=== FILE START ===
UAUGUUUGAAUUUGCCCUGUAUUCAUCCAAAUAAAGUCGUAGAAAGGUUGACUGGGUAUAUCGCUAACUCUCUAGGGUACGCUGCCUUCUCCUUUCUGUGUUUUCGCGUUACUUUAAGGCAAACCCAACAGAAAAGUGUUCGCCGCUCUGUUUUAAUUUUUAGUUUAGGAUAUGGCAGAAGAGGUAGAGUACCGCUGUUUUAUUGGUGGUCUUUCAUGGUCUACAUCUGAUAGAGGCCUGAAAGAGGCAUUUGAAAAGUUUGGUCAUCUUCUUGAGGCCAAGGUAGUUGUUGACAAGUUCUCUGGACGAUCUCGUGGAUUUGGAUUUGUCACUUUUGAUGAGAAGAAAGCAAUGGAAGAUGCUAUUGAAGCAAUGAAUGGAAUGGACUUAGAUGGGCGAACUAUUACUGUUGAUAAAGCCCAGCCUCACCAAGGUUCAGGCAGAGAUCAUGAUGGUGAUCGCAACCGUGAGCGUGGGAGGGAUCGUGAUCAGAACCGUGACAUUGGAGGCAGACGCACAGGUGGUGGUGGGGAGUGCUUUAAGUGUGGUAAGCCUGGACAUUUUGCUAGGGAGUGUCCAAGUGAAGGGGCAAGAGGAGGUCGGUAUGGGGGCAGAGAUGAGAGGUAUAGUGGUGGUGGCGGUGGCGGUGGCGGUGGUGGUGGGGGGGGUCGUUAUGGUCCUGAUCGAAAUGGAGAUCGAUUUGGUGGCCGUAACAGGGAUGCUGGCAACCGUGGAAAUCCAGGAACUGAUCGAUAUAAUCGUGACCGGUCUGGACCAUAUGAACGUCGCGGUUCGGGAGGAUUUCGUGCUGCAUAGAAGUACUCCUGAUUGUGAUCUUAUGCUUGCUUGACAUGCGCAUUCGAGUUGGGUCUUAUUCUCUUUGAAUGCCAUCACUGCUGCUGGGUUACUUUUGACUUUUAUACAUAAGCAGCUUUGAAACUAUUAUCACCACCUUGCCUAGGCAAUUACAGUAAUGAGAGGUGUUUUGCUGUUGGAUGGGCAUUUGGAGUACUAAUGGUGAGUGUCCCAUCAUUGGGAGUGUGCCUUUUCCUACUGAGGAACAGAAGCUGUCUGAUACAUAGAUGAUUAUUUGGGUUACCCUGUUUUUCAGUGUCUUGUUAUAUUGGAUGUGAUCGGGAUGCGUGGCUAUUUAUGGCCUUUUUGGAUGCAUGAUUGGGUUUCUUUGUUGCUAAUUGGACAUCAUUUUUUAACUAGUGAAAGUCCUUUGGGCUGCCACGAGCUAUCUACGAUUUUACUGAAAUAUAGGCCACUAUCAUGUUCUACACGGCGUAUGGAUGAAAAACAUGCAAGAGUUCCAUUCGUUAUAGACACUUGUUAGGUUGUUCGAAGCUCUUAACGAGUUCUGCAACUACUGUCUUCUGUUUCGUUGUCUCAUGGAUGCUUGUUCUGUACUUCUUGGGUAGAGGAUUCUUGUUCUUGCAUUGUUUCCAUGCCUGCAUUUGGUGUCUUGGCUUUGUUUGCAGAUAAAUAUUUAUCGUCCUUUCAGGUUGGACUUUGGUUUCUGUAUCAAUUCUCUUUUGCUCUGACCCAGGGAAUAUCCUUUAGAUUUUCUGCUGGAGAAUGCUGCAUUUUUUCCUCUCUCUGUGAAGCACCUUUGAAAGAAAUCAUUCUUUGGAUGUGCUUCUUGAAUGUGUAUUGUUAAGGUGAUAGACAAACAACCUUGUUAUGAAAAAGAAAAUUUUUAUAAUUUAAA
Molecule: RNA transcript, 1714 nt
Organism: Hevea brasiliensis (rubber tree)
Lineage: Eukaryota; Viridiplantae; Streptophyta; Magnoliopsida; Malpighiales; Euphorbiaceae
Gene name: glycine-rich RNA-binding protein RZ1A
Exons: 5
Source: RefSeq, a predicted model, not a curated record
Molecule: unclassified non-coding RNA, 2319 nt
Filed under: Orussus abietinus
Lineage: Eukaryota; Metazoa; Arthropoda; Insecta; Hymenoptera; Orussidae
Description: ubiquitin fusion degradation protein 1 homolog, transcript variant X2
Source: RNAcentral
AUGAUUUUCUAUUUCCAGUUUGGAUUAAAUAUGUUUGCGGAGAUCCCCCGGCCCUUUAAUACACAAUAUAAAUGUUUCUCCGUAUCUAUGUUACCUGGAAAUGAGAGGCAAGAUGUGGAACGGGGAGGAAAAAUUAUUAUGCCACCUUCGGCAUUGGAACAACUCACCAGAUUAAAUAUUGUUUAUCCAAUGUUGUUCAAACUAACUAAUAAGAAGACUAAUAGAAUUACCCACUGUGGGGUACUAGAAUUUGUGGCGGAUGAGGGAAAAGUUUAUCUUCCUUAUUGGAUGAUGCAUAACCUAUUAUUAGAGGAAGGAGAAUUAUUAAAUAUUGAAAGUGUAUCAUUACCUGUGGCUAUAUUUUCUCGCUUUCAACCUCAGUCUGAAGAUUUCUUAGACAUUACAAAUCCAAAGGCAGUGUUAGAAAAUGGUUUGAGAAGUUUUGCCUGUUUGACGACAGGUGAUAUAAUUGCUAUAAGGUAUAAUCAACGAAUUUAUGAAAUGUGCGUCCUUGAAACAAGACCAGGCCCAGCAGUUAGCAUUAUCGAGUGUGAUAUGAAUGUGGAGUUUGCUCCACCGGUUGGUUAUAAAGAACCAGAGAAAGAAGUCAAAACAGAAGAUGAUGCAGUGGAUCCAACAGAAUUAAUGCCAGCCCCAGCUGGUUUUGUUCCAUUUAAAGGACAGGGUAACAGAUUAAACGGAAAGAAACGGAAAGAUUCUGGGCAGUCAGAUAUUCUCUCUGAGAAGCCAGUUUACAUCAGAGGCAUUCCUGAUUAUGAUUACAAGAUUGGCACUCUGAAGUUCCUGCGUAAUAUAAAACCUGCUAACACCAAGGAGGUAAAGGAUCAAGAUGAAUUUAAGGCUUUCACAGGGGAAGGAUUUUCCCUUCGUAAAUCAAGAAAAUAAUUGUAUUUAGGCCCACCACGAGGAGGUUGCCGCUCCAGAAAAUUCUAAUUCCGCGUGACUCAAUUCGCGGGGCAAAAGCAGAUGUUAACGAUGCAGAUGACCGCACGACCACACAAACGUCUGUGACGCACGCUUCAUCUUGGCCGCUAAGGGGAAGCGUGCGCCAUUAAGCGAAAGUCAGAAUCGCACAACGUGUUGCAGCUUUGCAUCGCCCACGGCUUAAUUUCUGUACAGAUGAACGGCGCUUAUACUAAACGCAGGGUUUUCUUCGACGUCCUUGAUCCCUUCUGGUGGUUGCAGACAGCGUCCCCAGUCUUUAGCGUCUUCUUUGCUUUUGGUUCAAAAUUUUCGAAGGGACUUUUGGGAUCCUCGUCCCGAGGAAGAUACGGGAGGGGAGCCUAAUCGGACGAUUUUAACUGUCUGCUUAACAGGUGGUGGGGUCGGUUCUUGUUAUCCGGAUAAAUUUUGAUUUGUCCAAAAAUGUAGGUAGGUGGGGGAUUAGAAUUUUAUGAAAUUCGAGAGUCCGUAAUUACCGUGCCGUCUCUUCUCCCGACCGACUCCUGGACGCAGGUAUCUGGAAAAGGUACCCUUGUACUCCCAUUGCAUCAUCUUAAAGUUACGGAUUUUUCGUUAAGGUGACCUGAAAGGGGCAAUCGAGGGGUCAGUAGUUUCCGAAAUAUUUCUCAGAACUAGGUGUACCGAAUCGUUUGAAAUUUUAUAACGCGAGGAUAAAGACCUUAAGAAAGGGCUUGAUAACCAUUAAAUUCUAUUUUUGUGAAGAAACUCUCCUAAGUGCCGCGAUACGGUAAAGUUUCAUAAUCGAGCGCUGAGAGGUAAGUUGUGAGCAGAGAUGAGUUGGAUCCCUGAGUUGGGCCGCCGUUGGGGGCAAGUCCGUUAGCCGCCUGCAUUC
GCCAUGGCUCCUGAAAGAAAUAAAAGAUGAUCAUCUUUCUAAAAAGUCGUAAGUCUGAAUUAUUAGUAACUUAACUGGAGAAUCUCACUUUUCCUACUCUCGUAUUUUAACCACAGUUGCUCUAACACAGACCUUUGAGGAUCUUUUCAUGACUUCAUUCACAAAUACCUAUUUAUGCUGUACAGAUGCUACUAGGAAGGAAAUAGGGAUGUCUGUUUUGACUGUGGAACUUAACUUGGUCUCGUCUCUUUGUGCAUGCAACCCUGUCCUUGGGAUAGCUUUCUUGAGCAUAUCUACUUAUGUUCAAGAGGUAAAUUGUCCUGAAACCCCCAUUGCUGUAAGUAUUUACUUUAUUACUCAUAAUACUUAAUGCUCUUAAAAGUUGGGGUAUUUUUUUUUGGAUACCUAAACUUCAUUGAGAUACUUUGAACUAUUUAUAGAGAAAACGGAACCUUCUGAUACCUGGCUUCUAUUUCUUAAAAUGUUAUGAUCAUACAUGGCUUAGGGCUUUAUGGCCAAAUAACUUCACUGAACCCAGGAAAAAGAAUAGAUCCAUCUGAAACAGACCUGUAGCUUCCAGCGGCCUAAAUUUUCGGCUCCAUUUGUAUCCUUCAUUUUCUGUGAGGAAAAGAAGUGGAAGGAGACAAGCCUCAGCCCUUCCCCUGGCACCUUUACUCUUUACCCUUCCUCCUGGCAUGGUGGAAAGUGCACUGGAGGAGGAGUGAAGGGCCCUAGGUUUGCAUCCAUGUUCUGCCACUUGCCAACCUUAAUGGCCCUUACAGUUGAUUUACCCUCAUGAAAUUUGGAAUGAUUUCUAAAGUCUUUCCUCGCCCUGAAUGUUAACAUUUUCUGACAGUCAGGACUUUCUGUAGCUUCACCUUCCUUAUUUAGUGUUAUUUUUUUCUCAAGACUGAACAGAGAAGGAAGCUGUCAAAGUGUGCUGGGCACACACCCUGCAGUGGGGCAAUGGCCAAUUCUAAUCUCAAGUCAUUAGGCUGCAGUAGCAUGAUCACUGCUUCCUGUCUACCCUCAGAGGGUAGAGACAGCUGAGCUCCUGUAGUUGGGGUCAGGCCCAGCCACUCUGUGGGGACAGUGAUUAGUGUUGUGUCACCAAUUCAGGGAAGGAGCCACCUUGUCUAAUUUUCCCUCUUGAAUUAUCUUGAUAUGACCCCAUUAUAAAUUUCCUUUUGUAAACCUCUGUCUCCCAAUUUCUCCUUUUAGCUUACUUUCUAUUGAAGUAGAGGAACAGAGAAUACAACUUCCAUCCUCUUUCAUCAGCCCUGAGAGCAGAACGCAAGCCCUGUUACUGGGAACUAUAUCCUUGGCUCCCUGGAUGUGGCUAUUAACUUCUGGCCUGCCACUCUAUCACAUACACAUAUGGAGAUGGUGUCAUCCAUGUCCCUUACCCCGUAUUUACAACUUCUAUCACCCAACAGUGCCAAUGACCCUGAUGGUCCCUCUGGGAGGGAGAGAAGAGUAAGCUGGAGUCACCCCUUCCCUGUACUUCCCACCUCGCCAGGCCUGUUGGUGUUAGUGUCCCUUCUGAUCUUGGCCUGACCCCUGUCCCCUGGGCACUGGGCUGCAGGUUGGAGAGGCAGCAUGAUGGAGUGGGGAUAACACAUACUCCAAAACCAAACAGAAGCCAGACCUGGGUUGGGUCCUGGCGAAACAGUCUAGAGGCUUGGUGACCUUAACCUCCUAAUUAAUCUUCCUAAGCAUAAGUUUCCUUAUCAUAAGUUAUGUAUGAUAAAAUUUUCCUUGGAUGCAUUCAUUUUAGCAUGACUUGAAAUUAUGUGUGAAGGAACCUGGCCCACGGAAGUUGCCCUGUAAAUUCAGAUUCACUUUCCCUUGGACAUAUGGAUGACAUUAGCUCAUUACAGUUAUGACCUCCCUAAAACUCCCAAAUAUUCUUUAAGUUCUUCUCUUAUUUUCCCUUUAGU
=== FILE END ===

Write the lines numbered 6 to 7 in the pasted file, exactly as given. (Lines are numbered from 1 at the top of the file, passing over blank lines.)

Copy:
Exons: 5
Source: RefSeq, a predicted model, not a curated record